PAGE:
Lastly, Southampton FC captures the spirit of all of these footballing-led projects with their sustainability strategy, “The Halo Effect”. The name of this strategy is inspired by the club’s crest, which underlines how identity within football can leverage climate positive action.[v]
Southampton FC Halo Effect
Within this strategy, further to this idea of community are the tenets of fan and social responsibility; not only will the successful practice of this initiative benefit the football club in its responsibilities to the UN sport for climate framework, but it will also propagate outwardly into the community with fans empowered and facilitated to make more climate-conscious decisions.
Many will be familiar with the phrase “stick to football”, which is often a reductive statement that undermines club-led initiatives outside of the game. But how true is this old cliché about the attitudes of football fans? Several studies have highlighted the importance of climate action within football clubs from the fan’s perspective:
BBC sport found that 58% “strongly agreed” with the statement “I care about how my football club impacts upon the environment”, and an EU funded LIFE TACKLE survey of football fans in Italy and Sweden found that 80% agreed that it would be easier for them to “take environmentally-friendly actions” if their club led green projects.[vi]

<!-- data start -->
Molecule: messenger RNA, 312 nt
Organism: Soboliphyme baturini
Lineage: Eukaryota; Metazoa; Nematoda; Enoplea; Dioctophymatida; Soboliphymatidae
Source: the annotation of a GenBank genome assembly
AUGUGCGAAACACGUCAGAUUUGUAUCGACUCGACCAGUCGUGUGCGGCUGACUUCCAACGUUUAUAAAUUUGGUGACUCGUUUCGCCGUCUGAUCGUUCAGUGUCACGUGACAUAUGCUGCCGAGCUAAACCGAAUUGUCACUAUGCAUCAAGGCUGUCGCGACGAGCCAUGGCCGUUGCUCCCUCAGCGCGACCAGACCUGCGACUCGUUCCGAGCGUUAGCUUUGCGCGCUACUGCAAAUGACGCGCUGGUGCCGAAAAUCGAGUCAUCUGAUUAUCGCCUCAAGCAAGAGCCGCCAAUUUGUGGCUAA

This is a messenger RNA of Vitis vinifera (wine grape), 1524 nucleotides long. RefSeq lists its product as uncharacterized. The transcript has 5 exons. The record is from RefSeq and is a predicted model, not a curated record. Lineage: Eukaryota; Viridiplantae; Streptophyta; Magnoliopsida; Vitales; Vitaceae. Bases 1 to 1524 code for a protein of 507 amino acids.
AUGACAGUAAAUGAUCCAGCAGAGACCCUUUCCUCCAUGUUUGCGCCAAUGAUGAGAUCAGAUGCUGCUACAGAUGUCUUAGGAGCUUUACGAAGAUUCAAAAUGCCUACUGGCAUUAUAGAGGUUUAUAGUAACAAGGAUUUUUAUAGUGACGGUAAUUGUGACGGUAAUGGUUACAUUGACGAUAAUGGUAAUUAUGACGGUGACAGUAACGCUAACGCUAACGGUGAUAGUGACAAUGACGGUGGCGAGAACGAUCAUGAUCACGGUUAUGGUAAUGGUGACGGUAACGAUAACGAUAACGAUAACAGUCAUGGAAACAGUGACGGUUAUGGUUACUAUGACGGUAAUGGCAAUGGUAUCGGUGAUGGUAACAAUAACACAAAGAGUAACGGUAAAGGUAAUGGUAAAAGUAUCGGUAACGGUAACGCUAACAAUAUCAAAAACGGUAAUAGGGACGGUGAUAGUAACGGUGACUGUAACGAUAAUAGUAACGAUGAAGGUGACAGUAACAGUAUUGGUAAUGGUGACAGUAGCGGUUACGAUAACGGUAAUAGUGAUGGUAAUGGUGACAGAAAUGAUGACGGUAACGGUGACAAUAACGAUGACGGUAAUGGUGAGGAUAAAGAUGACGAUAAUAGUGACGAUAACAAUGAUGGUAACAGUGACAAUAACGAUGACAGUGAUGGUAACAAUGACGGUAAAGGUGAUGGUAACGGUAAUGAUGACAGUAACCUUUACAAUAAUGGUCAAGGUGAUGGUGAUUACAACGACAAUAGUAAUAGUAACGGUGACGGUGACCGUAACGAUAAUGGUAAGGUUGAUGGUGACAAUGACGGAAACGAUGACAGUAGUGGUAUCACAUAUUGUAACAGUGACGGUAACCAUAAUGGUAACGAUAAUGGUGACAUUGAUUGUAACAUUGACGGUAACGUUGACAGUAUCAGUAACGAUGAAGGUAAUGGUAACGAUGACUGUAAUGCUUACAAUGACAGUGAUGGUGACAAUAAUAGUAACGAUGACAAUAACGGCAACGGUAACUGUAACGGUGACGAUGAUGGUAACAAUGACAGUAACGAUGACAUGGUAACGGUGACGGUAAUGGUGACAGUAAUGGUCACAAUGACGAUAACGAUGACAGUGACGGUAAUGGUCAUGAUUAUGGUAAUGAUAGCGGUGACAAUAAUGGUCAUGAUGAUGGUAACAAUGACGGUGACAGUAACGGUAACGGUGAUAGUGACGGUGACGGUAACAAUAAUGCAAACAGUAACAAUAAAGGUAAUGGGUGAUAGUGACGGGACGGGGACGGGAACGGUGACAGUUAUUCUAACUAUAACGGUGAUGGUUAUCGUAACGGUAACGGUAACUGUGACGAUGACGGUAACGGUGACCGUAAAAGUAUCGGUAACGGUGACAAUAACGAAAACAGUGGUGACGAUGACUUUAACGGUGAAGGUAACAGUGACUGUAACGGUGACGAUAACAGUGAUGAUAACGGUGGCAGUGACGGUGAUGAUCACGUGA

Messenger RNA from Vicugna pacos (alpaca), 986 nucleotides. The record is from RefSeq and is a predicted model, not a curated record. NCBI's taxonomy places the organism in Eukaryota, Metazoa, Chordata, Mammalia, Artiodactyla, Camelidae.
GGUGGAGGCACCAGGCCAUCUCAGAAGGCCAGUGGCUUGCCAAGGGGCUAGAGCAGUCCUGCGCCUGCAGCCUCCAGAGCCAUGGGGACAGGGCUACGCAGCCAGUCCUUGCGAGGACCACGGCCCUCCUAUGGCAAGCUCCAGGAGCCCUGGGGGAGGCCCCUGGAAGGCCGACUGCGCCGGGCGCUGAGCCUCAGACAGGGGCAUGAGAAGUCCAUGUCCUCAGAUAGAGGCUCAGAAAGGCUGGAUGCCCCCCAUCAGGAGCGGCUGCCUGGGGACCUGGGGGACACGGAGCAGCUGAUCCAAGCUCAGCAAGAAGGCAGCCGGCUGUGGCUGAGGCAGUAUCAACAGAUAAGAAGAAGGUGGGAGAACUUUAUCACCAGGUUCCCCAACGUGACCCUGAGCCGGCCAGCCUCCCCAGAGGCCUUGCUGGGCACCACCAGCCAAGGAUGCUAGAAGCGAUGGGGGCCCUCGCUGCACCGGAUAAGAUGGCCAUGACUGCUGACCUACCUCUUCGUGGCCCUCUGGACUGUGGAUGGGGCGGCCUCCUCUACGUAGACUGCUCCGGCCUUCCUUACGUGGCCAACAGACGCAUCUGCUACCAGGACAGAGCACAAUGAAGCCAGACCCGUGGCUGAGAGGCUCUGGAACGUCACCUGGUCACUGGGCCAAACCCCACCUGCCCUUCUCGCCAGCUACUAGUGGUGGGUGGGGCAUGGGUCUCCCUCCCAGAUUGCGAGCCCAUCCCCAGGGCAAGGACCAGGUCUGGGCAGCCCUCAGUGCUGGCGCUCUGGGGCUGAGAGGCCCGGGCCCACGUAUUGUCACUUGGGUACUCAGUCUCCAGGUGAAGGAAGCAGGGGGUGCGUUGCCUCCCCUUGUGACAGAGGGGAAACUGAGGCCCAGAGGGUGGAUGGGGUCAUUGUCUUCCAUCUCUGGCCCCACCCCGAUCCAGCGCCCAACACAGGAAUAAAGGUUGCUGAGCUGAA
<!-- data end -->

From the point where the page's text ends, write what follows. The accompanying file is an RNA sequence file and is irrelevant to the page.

This counters the typically expected criticisms from fans about football led initiatives on real-world issues, but it also raises the question of what are fans doing to influence their football clubs?
There are several examples of fan-led initiatives; for instance, Planet Super League (PSL) describe themselves as:
“a group of football fans” that “want to do something about climate change, pollution and the destruction of natural habitat”.
Participation in PSL’s climate conscious pledges scores “goals” for your registered team, of which there are 59. Once again, the idea of a collective identity is at play here, with the camaraderie between members of the same registered clubs and competition between clubs functioning as incentives for positive environmental action.